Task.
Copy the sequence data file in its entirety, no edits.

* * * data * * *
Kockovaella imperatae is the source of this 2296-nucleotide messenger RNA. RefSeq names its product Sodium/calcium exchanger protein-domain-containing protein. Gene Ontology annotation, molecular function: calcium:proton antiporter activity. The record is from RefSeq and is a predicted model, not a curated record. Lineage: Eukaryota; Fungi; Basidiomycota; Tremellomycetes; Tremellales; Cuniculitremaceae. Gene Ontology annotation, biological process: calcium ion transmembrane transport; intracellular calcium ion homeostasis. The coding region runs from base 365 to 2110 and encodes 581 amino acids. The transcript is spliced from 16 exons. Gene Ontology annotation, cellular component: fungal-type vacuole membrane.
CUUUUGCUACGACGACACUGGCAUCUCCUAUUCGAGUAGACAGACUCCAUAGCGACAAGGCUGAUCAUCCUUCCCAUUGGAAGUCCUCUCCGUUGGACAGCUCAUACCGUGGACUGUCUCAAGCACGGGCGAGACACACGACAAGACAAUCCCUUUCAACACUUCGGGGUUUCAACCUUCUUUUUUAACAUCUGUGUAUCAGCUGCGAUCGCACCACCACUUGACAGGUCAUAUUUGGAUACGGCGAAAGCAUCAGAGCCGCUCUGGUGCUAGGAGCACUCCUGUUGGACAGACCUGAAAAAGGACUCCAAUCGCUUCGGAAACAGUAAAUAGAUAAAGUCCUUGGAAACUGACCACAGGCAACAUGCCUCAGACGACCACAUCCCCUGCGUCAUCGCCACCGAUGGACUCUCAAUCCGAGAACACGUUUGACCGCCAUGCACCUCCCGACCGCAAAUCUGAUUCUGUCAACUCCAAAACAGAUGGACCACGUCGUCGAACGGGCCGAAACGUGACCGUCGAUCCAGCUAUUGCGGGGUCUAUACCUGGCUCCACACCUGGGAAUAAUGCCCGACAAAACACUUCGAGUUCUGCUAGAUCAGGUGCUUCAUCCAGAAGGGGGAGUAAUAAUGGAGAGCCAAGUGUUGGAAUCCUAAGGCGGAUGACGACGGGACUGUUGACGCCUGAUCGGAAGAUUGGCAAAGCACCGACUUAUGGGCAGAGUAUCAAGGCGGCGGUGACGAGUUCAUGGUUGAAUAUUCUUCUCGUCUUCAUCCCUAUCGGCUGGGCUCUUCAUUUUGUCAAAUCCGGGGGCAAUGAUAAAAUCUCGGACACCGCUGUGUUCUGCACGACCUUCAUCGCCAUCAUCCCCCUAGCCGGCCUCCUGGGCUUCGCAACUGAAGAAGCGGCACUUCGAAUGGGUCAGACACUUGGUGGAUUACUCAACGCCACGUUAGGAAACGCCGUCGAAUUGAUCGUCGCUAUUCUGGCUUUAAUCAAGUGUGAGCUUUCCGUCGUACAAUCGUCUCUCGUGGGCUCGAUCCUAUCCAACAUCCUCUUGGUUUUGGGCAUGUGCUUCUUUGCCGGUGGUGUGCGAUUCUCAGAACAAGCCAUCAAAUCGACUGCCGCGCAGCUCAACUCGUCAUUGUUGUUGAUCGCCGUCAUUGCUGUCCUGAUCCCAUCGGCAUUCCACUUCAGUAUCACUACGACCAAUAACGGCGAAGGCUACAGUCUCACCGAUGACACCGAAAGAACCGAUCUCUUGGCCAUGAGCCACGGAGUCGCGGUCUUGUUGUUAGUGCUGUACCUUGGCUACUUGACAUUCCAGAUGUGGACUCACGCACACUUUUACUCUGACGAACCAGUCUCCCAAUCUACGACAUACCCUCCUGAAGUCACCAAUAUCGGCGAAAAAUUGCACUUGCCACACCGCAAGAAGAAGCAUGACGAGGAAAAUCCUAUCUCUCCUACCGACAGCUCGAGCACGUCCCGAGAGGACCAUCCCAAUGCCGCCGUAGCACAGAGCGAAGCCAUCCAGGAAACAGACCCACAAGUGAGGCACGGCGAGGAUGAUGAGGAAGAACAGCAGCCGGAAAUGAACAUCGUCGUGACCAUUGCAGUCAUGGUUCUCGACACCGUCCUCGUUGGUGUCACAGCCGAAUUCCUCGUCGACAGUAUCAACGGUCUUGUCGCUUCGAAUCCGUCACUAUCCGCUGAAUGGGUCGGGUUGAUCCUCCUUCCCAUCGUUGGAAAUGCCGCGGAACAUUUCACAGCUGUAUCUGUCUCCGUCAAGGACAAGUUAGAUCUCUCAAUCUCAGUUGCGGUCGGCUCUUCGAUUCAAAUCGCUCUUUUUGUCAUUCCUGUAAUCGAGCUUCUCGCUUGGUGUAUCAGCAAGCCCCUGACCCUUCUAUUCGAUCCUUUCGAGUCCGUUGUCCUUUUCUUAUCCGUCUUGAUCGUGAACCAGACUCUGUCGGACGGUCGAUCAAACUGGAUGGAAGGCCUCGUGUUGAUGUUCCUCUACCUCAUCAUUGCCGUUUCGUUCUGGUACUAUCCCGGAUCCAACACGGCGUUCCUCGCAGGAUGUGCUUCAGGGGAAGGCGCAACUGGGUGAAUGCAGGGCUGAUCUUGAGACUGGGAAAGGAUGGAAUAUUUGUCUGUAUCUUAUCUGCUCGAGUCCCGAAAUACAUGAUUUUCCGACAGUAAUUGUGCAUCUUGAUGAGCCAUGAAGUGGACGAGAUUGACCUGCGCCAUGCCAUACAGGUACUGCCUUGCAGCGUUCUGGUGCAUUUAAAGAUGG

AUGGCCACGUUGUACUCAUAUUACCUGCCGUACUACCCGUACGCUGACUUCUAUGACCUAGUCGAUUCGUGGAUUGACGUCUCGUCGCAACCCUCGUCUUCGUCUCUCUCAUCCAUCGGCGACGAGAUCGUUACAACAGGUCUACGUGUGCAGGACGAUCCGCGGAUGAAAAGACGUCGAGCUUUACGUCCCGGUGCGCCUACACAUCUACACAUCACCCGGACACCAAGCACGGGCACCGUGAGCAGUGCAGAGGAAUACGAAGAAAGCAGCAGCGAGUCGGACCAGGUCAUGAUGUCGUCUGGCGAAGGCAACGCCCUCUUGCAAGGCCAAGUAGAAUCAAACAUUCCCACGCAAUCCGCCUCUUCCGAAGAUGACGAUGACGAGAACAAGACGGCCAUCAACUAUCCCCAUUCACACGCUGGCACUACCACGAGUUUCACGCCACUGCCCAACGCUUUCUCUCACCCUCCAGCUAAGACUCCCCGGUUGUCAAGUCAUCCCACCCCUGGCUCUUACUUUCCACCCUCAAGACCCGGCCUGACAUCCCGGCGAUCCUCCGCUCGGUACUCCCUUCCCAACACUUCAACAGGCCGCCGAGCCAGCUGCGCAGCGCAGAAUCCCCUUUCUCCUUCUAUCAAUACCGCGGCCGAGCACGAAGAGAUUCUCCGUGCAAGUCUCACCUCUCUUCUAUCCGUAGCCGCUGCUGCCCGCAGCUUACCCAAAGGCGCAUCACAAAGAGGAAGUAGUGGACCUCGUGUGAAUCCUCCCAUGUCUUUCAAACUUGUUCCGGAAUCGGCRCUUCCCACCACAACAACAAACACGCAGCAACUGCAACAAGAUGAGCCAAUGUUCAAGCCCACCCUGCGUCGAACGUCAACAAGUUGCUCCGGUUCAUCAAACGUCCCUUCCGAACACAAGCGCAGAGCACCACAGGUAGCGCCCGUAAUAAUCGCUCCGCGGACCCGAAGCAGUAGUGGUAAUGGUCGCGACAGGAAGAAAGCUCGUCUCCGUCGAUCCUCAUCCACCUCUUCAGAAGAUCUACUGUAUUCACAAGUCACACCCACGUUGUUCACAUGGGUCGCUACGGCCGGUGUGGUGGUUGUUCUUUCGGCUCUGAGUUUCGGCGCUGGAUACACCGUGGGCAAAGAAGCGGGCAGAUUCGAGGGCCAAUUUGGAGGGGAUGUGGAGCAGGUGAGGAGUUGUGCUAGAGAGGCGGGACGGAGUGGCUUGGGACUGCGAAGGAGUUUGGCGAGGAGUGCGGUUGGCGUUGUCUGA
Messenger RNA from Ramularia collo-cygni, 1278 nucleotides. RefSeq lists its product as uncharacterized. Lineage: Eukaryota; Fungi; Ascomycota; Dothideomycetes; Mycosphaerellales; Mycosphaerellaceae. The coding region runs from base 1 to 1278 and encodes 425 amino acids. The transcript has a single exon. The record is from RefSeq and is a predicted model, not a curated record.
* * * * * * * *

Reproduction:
Kockovaella imperatae is the source of this 2296-nucleotide messenger RNA. RefSeq names its product Sodium/calcium exchanger protein-domain-containing protein. Gene Ontology annotation, molecular function: calcium:proton antiporter activity. The record is from RefSeq and is a predicted model, not a curated record. Lineage: Eukaryota; Fungi; Basidiomycota; Tremellomycetes; Tremellales; Cuniculitremaceae. Gene Ontology annotation, biological process: calcium ion transmembrane transport; intracellular calcium ion homeostasis. The coding region runs from base 365 to 2110 and encodes 581 amino acids. The transcript is spliced from 16 exons. Gene Ontology annotation, cellular component: fungal-type vacuole membrane.
CUUUUGCUACGACGACACUGGCAUCUCCUAUUCGAGUAGACAGACUCCAUAGCGACAAGGCUGAUCAUCCUUCCCAUUGGAAGUCCUCUCCGUUGGACAGCUCAUACCGUGGACUGUCUCAAGCACGGGCGAGACACACGACAAGACAAUCCCUUUCAACACUUCGGGGUUUCAACCUUCUUUUUUAACAUCUGUGUAUCAGCUGCGAUCGCACCACCACUUGACAGGUCAUAUUUGGAUACGGCGAAAGCAUCAGAGCCGCUCUGGUGCUAGGAGCACUCCUGUUGGACAGACCUGAAAAAGGACUCCAAUCGCUUCGGAAACAGUAAAUAGAUAAAGUCCUUGGAAACUGACCACAGGCAACAUGCCUCAGACGACCACAUCCCCUGCGUCAUCGCCACCGAUGGACUCUCAAUCCGAGAACACGUUUGACCGCCAUGCACCUCCCGACCGCAAAUCUGAUUCUGUCAACUCCAAAACAGAUGGACCACGUCGUCGAACGGGCCGAAACGUGACCGUCGAUCCAGCUAUUGCGGGGUCUAUACCUGGCUCCACACCUGGGAAUAAUGCCCGACAAAACACUUCGAGUUCUGCUAGAUCAGGUGCUUCAUCCAGAAGGGGGAGUAAUAAUGGAGAGCCAAGUGUUGGAAUCCUAAGGCGGAUGACGACGGGACUGUUGACGCCUGAUCGGAAGAUUGGCAAAGCACCGACUUAUGGGCAGAGUAUCAAGGCGGCGGUGACGAGUUCAUGGUUGAAUAUUCUUCUCGUCUUCAUCCCUAUCGGCUGGGCUCUUCAUUUUGUCAAAUCCGGGGGCAAUGAUAAAAUCUCGGACACCGCUGUGUUCUGCACGACCUUCAUCGCCAUCAUCCCCCUAGCCGGCCUCCUGGGCUUCGCAACUGAAGAAGCGGCACUUCGAAUGGGUCAGACACUUGGUGGAUUACUCAACGCCACGUUAGGAAACGCCGUCGAAUUGAUCGUCGCUAUUCUGGCUUUAAUCAAGUGUGAGCUUUCCGUCGUACAAUCGUCUCUCGUGGGCUCGAUCCUAUCCAACAUCCUCUUGGUUUUGGGCAUGUGCUUCUUUGCCGGUGGUGUGCGAUUCUCAGAACAAGCCAUCAAAUCGACUGCCGCGCAGCUCAACUCGUCAUUGUUGUUGAUCGCCGUCAUUGCUGUCCUGAUCCCAUCGGCAUUCCACUUCAGUAUCACUACGACCAAUAACGGCGAAGGCUACAGUCUCACCGAUGACACCGAAAGAACCGAUCUCUUGGCCAUGAGCCACGGAGUCGCGGUCUUGUUGUUAGUGCUGUACCUUGGCUACUUGACAUUCCAGAUGUGGACUCACGCACACUUUUACUCUGACGAACCAGUCUCCCAAUCUACGACAUACCCUCCUGAAGUCACCAAUAUCGGCGAAAAAUUGCACUUGCCACACCGCAAGAAGAAGCAUGACGAGGAAAAUCCUAUCUCUCCUACCGACAGCUCGAGCACGUCCCGAGAGGACCAUCCCAAUGCCGCCGUAGCACAGAGCGAAGCCAUCCAGGAAACAGACCCACAAGUGAGGCACGGCGAGGAUGAUGAGGAAGAACAGCAGCCGGAAAUGAACAUCGUCGUGACCAUUGCAGUCAUGGUUCUCGACACCGUCCUCGUUGGUGUCACAGCCGAAUUCCUCGUCGACAGUAUCAACGGUCUUGUCGCUUCGAAUCCGUCACUAUCCGCUGAAUGGGUCGGGUUGAUCCUCCUUCCCAUCGUUGGAAAUGCCGCGGAACAUUUCACAGCUGUAUCUGUCUCCGUCAAGGACAAGUUAGAUCUCUCAAUCUCAGUUGCGGUCGGCUCUUCGAUUCAAAUCGCUCUUUUUGUCAUUCCUGUAAUCGAGCUUCUCGCUUGGUGUAUCAGCAAGCCCCUGACCCUUCUAUUCGAUCCUUUCGAGUCCGUUGUCCUUUUCUUAUCCGUCUUGAUCGUGAACCAGACUCUGUCGGACGGUCGAUCAAACUGGAUGGAAGGCCUCGUGUUGAUGUUCCUCUACCUCAUCAUUGCCGUUUCGUUCUGGUACUAUCCCGGAUCCAACACGGCGUUCCUCGCAGGAUGUGCUUCAGGGGAAGGCGCAACUGGGUGAAUGCAGGGCUGAUCUUGAGACUGGGAAAGGAUGGAAUAUUUGUCUGUAUCUUAUCUGCUCGAGUCCCGAAAUACAUGAUUUUCCGACAGUAAUUGUGCAUCUUGAUGAGCCAUGAAGUGGACGAGAUUGACCUGCGCCAUGCCAUACAGGUACUGCCUUGCAGCGUUCUGGUGCAUUUAAAGAUGG

AUGGCCACGUUGUACUCAUAUUACCUGCCGUACUACCCGUACGCUGACUUCUAUGACCUAGUCGAUUCGUGGAUUGACGUCUCGUCGCAACCCUCGUCUUCGUCUCUCUCAUCCAUCGGCGACGAGAUCGUUACAACAGGUCUACGUGUGCAGGACGAUCCGCGGAUGAAAAGACGUCGAGCUUUACGUCCCGGUGCGCCUACACAUCUACACAUCACCCGGACACCAAGCACGGGCACCGUGAGCAGUGCAGAGGAAUACGAAGAAAGCAGCAGCGAGUCGGACCAGGUCAUGAUGUCGUCUGGCGAAGGCAACGCCCUCUUGCAAGGCCAAGUAGAAUCAAACAUUCCCACGCAAUCCGCCUCUUCCGAAGAUGACGAUGACGAGAACAAGACGGCCAUCAACUAUCCCCAUUCACACGCUGGCACUACCACGAGUUUCACGCCACUGCCCAACGCUUUCUCUCACCCUCCAGCUAAGACUCCCCGGUUGUCAAGUCAUCCCACCCCUGGCUCUUACUUUCCACCCUCAAGACCCGGCCUGACAUCCCGGCGAUCCUCCGCUCGGUACUCCCUUCCCAACACUUCAACAGGCCGCCGAGCCAGCUGCGCAGCGCAGAAUCCCCUUUCUCCUUCUAUCAAUACCGCGGCCGAGCACGAAGAGAUUCUCCGUGCAAGUCUCACCUCUCUUCUAUCCGUAGCCGCUGCUGCCCGCAGCUUACCCAAAGGCGCAUCACAAAGAGGAAGUAGUGGACCUCGUGUGAAUCCUCCCAUGUCUUUCAAACUUGUUCCGGAAUCGGCRCUUCCCACCACAACAACAAACACGCAGCAACUGCAACAAGAUGAGCCAAUGUUCAAGCCCACCCUGCGUCGAACGUCAACAAGUUGCUCCGGUUCAUCAAACGUCCCUUCCGAACACAAGCGCAGAGCACCACAGGUAGCGCCCGUAAUAAUCGCUCCGCGGACCCGAAGCAGUAGUGGUAAUGGUCGCGACAGGAAGAAAGCUCGUCUCCGUCGAUCCUCAUCCACCUCUUCAGAAGAUCUACUGUAUUCACAAGUCACACCCACGUUGUUCACAUGGGUCGCUACGGCCGGUGUGGUGGUUGUUCUUUCGGCUCUGAGUUUCGGCGCUGGAUACACCGUGGGCAAAGAAGCGGGCAGAUUCGAGGGCCAAUUUGGAGGGGAUGUGGAGCAGGUGAGGAGUUGUGCUAGAGAGGCGGGACGGAGUGGCUUGGGACUGCGAAGGAGUUUGGCGAGGAGUGCGGUUGGCGUUGUCUGA
Messenger RNA from Ramularia collo-cygni, 1278 nucleotides. RefSeq lists its product as uncharacterized. Lineage: Eukaryota; Fungi; Ascomycota; Dothideomycetes; Mycosphaerellales; Mycosphaerellaceae. The coding region runs from base 1 to 1278 and encodes 425 amino acids. The transcript has a single exon. The record is from RefSeq and is a predicted model, not a curated record.